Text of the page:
Kola.

Auzyvre’s voice is deeper than the voices of the other trees, and immediately as they speak, the entire forest falls quiet. They wave their leaves gently, even though there is no wind. Somewhere in their tall branches, a bird sings an ode to the ending day. I incline my head respectfully when I reach their base and a fresh green leaf falls to my feet, a sign of approval and acceptance.

“Auzyvre. I come with news,” I say.

I can feel the other trees tensing, their branches quivering with anticipation. Auzyvre betrays no emotion like the others, but I can tell that they’re expectant as well.

What news do you bring from the world of men?

“Tarim won’t send the foreigners away,” I say.

The trees howl in disappointment. Yellowed leaves fall to the ground all around me. Their branches shake aggressively and I can feel the ground rumbling a little as some of them move their roots, threatening to rip them out of the earth in their anger.

Enough! Enough!

Auzyvre’s voice cuts through the din, and gradually the trees quiet down. When the last yellow leaf has fallen and the earth has stopped trembling, Auzyvre speaks again.

Kola, you know what will happen if the foreigners do not leave. You know what we must do.

I know. I know what they must do. People will be hurt, or worse. They have done it before, but I cannot let them do it again. The last time the trees acted, innocent people died. This time, if anyone should suffer at all, it should be the ones who have betrayed the earth only. (Continue Reading…)

PodCastle 759: INDIGENOUS MAGIC – Anu and the Vetala

Show Notes

PG-13


Anu and the Vetala

by Srikripa Krishna Prasad

 

The marble-tile floor of King Vikramaditya’s throne room is cold against Anu’s forehead. As she prostrates herself before him, body curled into a ball as her forehead meets the point of her hands, she can’t help the contempt that rises in her throat like vomit. Such riches, while she has to beg in front of the court for a chance at life.
“Rise,” intones the king.
Teeth clacking as she fights back shivers, Anu painstakingly lifts herself to her feet and meets his eyes.
“What brings you here?” he asks, courteous.
Anu breathes in deeply, taking the opportunity to look around the throne room. The marble walls are gilded with gold and tall, carved pillars support the ceiling, which is painted with figures of the king in various battles. Cushions and mats surround the throne where the ministers and court musicians would usually sit — once a week, the king banishes them from court in case they are the subjects of a civilian’s complaint. The throne itself is just how the stories describe it — carved into it are the figures of the thirty-two apsaras, the virtuous spirits who recognized King Vikramaditya as the most noble of kings. The king’s wives are absent; Anu wonders if they are even allowed to be present when the king holds court.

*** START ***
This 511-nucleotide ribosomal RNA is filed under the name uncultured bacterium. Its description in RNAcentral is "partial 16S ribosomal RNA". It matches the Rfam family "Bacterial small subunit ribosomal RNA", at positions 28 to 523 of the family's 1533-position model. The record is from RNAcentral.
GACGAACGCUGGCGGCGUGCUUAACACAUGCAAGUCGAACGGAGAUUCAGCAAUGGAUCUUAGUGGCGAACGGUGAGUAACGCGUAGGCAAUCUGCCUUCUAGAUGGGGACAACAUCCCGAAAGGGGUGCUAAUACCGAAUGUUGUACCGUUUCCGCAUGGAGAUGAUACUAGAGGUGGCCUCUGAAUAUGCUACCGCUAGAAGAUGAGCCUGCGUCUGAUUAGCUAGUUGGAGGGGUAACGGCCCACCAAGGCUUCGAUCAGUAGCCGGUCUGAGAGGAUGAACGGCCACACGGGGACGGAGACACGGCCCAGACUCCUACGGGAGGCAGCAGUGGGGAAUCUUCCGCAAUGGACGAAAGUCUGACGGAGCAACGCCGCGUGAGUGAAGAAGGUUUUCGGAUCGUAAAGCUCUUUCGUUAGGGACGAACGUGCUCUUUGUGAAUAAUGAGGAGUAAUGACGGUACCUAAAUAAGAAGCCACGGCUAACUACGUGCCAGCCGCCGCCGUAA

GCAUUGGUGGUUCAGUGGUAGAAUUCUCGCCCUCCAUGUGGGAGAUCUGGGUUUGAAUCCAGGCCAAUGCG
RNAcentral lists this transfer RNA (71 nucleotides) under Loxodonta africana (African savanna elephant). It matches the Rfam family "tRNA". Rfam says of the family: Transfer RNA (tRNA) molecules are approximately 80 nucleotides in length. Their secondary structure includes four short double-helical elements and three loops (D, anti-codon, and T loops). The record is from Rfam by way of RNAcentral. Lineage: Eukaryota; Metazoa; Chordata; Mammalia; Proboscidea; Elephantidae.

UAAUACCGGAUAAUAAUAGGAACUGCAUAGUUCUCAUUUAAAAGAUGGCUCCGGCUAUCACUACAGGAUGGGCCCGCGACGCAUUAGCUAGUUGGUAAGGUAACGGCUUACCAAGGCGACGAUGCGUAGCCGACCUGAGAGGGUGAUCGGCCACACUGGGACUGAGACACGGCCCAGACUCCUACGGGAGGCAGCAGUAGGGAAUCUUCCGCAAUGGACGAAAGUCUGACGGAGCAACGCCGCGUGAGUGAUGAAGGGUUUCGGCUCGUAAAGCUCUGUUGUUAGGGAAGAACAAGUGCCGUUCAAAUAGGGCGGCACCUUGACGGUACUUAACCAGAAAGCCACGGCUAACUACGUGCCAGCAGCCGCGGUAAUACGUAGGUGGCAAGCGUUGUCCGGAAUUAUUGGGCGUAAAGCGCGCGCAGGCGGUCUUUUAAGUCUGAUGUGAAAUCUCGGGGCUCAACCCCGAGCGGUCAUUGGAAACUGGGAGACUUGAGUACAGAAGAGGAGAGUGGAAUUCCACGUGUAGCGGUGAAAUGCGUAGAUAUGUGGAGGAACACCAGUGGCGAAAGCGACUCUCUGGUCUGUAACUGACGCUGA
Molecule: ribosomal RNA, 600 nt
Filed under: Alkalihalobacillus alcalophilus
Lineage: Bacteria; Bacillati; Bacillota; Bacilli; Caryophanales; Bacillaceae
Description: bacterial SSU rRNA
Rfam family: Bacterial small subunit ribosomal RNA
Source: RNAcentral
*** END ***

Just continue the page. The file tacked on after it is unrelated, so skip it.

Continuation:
Allowed to. Anu’s mouth curls, and she quickly controls herself. You need him, she reminds herself. He is the most generous of all kings.
“Your Majesty,” she begins at last. “I come at the behest of the many stories told all around the nation of your grace and benevolence. Tales of your generosity and courage have been recited loudly enough to reach even my small village, far in the south.”
The king smiles, pleased. Anu swallows, then continues. “Your Majesty, I have journeyed for one month to bow before you and make a request. You see, I am very ill.” Anu curbs the roll of her eyes as the guards conspicuously move away from her. “The physicians in my village could not find a cure, nor could the ones in the cities around me, until one finally revealed my condition is one that can only be cured by great magic.”
“This is truly unfortunate,” the king says. “What ails you?”
“Intermittent fevers,” Anu replies. “They used to come on every few months, but now they have been occurring weekly. I fear for my life, Your Grace.”
“I see,” the king says, thoughtful. “What is it that you seek from me?”
“I have heard that you employ a sorcerer.”
The king’s eyebrow arches. “Indeed, I do.” He gestures towards a man standing in the far corner of the throne room, who comes forward. He carries a wooden staff and is dressed in a plain, white dhoti. Something about him reminds Anu of a coiled snake about to pounce.
“Speak, sorcerer,” says the king, “and tell this woman if you may assist her.” (Continue Reading…)

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Indigenous Magic Month


 

PodCastle is very proud to present Indigenous Magic, our special month of stories featuring Indigenous themes by Indigenous authors. Every week during November 2022, we will be bringing you a new Indigenous Magic story, and we can’t wait to share them all!

We have five fabulous stories coming up:

“Anu and the Vetala” by Srikripa Krishna Prasad, narrated by S. B. Divya

“The Tree Whisperer” by Oluwatomiwa Ajeigbe, narrated by Somto Ihezue

“The Bone Pickers” by Kelsey Hutton, narrated by Laurie McDougall

“The Witching Hour” by Oghenechovwe Donald Ekpeki, narrated by Shingai Njeri Kagunda

“Dying Rivers and Broken Hearts” by Gabriella Buba, narrated by Vida Cruz

We’re also delighted to be featuring this beautiful artwork by Cindy Fan, an illustrator and night owl who specializes in bringing stories to life in a dreamy and thoughtful manner for print and digital media. When she’s not drawing she loves walking slowly and aimlessly admiring the textures around her. Her work can be found at www.cind.ca